(c) subjecting the resultant composite comprising the calendered first and second layers of unvulcanized rubber and the die to vulcanization temperatures and pressures to (1) attach the first layer of rubber to said second layer of rubber, and (2) to form the plurality of protrusions and at least one of ribs and recesses therebetween.
11. The method of claim 10, wherein each of the resultant rubber protrusions comprises a core of foam rubber and an outside surface of solid rubber.
12. The method of claim 10, wherein the thickness of the resultant first layer of foam rubber is from about 5 to about 500 mils and the thickness the resultant second layer of solid rubber is from about 2 to about 50 mils.
13. The method of claim 10, wherein the overall dimensions of each mat are at least one of about 65900.5 cm and 751800.5 cm.
14. The method of claim 10, wherein each of protrusions has the dimensions of about 0.630.3 cm.
15. The method of claim 10, wherein the height of each of the ribs is about 0.1 cm.
16. The method of claim 10, wherein the protrusions are arranged in a tire-tread like pattern of groups and rows of groups.
17. The method of claim 10, wherein the depth of each of the recesses is about 0.1 cm.
18. The method of claim 10, wherein the die includes a plurality of rib forming recesses.
19. The method of claim 10, wherein the die includes a plurality of recess forming ridges.
20. A mat produced by the method of claim 10.
Description
FIELD OF THE INVENTION

This invention relates to a cushioned dust control mat or article. In one embodiment, the mat comprises at least two distinct layers of rubber, one comprising foam rubber, the other comprising solid rubber. The solid rubber layer is present over the foam rubber layer on the side of the mat in which at least one. integrated rubber protrusion is present to provide cushioning characteristics. The solid rubber layer acts as a cap or barrier for the foam rubber layer, particularly over the integrated protrusion or protrusions, in order to provide a mat which is resilient, will not easily degrade in its modulus strength after appreciable use and/or washing within industrial cleaning processes, and will not exhibit appreciable cracking or breaking, particularly within the integrated protrusion(s), after standard use for pedestrian traffic. A method of producing such an inventive cushioned floor mat article is also provided.

BACKGROUND

All U.S. patent cited herein are hereby fully incorporated by reference.

As described U.S. patent application Ser. No. 09/374,707, filed Aug. 13, 1999, now U.S. Pat. No. 6,340,514, and in corresponding Japan Patent Application No. 353345/99, filed Dec. 13, 1999, floor mats have long been utilized to facilitate the cleaning of the bottoms of people's shoes, particularly in areas of high pedestrian traffic such as doorways. Moisture, dirt, and debris from out of doors easily adhere to such footwear, particularly in inclement weather and particularly in areas of grass or mud or the like. Such unwanted and potentially floor staining or dirtying articles need to be removed from a person's footwear prior to entry indoors. As will be appreciated, such mats by their nature must undergo frequent repeated washings and dryings so as to remove the dirt and debris deposited thereon during use. These mats are generally rented from service entities which retrieve the soiled mats from the user and provide clean replacement mats on a frequent basis. The soiled mats are thereafter cleaned and dried in an industrial laundering process (such as within rotary washing and drying machines, for example) or by hand and then sent to another user in replacement of newly soiled mats.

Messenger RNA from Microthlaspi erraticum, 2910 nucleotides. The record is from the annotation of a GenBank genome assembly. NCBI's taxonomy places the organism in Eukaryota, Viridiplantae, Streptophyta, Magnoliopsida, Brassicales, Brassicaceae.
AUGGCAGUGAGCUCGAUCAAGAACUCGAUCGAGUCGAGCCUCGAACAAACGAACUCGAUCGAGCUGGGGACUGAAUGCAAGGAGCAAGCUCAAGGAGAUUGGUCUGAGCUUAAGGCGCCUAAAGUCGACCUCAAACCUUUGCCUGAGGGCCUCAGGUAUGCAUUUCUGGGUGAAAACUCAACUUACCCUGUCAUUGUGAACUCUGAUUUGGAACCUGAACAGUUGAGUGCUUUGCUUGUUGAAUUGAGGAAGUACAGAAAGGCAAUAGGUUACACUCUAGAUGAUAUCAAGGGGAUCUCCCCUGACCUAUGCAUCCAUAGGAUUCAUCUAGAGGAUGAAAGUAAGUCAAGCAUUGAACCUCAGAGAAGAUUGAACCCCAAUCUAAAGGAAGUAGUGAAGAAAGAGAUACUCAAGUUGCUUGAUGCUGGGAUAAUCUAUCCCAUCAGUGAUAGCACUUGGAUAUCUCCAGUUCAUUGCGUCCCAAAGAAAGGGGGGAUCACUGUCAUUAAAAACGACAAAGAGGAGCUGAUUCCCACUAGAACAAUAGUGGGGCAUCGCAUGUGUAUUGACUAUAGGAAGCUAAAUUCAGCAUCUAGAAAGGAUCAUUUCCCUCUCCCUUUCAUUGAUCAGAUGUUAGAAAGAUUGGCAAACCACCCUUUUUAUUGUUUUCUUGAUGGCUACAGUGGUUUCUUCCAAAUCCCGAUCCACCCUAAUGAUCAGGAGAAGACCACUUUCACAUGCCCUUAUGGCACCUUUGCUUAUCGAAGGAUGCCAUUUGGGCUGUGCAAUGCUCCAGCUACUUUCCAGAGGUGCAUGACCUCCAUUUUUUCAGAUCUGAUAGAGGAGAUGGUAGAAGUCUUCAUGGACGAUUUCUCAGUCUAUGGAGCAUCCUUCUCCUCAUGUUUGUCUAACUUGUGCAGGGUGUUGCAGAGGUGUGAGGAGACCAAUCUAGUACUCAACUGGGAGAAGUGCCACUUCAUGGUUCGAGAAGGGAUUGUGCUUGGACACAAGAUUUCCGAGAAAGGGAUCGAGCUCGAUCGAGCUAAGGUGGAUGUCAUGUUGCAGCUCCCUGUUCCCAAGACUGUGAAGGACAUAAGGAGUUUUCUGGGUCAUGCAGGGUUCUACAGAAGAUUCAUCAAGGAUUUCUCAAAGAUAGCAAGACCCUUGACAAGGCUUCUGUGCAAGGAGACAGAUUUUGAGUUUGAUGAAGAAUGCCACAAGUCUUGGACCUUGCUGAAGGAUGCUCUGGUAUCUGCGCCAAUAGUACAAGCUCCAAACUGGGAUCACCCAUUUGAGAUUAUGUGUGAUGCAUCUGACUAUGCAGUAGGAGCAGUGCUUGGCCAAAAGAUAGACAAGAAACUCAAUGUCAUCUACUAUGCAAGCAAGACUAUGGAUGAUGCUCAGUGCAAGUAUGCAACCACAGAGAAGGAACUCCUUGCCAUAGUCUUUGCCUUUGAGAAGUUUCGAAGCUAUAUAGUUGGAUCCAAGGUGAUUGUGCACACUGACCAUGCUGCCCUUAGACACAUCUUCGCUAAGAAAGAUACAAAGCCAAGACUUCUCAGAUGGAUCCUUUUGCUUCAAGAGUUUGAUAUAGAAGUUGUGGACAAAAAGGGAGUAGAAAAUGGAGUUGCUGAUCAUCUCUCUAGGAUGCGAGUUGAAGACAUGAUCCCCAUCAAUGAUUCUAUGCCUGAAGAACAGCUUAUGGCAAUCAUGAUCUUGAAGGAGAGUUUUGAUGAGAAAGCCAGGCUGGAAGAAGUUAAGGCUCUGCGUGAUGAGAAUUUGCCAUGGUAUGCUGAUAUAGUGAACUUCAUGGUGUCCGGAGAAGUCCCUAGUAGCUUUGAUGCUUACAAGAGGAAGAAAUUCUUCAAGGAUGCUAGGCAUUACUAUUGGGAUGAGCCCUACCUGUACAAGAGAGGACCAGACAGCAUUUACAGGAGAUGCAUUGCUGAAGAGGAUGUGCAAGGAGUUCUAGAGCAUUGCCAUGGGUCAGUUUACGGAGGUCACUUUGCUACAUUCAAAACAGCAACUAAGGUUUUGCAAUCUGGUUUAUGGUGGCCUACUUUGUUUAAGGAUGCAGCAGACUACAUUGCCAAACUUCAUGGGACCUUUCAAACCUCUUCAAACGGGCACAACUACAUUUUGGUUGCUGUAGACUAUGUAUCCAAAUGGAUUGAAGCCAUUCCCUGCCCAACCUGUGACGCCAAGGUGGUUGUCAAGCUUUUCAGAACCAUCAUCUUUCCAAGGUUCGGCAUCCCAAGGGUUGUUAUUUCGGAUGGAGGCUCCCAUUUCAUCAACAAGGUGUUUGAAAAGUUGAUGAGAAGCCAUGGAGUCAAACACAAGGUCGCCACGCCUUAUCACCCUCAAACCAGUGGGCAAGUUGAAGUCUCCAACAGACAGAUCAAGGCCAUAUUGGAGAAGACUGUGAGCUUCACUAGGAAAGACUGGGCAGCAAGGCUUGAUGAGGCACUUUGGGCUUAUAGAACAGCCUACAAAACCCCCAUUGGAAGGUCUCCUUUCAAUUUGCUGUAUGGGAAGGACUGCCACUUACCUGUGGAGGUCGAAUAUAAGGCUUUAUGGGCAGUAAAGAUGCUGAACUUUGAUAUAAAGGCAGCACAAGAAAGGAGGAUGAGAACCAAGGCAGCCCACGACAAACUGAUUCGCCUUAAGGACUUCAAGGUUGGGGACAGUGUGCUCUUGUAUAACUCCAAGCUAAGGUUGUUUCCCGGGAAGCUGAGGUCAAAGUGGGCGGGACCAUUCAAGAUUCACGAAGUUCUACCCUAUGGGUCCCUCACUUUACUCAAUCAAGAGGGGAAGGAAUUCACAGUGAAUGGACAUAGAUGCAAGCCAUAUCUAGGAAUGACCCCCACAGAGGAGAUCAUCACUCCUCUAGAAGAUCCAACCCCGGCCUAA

Uncarpeted anti-fatigue dust control mats have been made in the past comprised of dense rubber, scrap rubber, sponge-like material, including PVC, vinyl polymers, and polyurethanes, as well as recycled tire rubber. The mats are generally not able to be washed in industrial cleaning applications (such as rotary washing machines) since they are either too heavy or dense (and thus either damage the machine or themselves) or either deteriorate too easily (since sponge-like materials are easy to tear apart, particularly in rotary cleaning applications). Such washability is a key to providing a suitable floor mat article within the standard rental laundry market. As such, it has been very difficult to produce uncarpeted cushioned floor mats which exhibit sufficient strength to withstand vigorous cleaning and laundering associated with industrial rental laundry services. Foam rubber has only recently been utilized within dust control mats as a manner of reducing the overall mass of the mat article to facilitate movement and cleaning (such as in U.S. Pat. No. 5,305,565 to Nagahama et al.). Also, cushioned mats have been produced, generally including portions of the mat which contain discrete areas of integrated rubber increasing the surface area of the mat in three axes, which thereby provide cushioned areas on which a pedestrian may step.